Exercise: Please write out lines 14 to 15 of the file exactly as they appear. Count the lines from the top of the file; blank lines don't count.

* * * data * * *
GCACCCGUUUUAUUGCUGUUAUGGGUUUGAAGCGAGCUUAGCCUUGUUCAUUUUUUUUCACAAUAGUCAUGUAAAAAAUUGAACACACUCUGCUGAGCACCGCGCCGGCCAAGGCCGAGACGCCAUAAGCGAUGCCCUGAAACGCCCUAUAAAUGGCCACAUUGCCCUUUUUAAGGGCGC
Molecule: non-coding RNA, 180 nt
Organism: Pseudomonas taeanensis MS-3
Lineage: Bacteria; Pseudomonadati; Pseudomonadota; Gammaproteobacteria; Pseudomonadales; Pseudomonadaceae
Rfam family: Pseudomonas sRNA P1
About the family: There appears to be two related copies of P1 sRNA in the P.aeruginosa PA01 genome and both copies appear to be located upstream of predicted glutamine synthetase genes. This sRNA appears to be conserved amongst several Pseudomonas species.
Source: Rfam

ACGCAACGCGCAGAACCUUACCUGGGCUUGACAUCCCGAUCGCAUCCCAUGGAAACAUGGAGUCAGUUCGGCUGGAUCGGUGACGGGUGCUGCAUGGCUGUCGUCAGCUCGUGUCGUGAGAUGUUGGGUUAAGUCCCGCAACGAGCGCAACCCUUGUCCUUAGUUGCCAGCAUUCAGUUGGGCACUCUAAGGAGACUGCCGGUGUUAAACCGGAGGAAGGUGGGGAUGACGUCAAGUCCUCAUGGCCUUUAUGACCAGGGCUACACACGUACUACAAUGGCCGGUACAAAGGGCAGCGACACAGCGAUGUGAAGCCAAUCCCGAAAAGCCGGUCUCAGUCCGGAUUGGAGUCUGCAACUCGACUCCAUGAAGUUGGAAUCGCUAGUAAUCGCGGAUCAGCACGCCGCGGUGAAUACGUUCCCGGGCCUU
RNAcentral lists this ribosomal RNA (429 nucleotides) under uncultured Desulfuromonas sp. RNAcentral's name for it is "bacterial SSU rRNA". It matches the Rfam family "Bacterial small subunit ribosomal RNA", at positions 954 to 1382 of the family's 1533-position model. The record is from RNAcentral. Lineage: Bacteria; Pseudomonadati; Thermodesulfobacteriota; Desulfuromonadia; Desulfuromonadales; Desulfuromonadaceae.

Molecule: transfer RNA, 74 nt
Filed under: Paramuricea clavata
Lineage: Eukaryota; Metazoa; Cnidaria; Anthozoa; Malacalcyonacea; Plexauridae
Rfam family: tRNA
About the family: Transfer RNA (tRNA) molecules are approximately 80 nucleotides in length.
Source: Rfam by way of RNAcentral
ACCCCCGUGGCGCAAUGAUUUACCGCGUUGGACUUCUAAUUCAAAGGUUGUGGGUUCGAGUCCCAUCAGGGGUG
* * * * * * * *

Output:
About the family: Transfer RNA (tRNA) molecules are approximately 80 nucleotides in length.
Source: Rfam by way of RNAcentral